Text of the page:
In 1928, MacLeish produced what many consider to be the defining manifesto for modernist poetry, “Ars Poetica,” with the famous concluding line insisting that
“A poem should not mean / But be.”
One of the conventions of modernism was, perhaps paradoxically, experimentation in meaning and form. Macleish wrote "Ars Poetica" at the beginning of his career, and published it in his collection Streets in the Moon, near the height of modernism. As MacLeish aged, his verse style changed. “Ars Poetica” and other poems composed during that time in Paris stand in stark contrast to the more traditional and perhaps more accessible poetry of his later years.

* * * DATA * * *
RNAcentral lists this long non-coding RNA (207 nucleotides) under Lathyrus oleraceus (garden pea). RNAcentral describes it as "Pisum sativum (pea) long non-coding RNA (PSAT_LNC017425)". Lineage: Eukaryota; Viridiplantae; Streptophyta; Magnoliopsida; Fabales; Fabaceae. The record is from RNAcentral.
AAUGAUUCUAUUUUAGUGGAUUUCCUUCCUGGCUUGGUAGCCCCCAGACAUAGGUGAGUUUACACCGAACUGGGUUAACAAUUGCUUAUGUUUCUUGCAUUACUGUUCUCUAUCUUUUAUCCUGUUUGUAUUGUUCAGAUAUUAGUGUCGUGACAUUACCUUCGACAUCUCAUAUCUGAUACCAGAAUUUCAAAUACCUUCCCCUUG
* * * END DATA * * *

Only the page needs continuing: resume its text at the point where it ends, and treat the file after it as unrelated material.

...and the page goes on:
Just four years after publishing “Ars Poetica” and just shy of a decade after making that leap of faith to head for Paris and pursue his passion, MacLeish was awarded the first of his three Pulitzer Prizes. In the interim, his manifesto-like poem had been part of a poetry movement that was—almost irrefutably—distinct in purpose from almost all poetry ever written. Of course, MacLeish’s later poetry, which seemed to try to create some meaning not subservient to being, became examples of his rebellion against this early manifesto.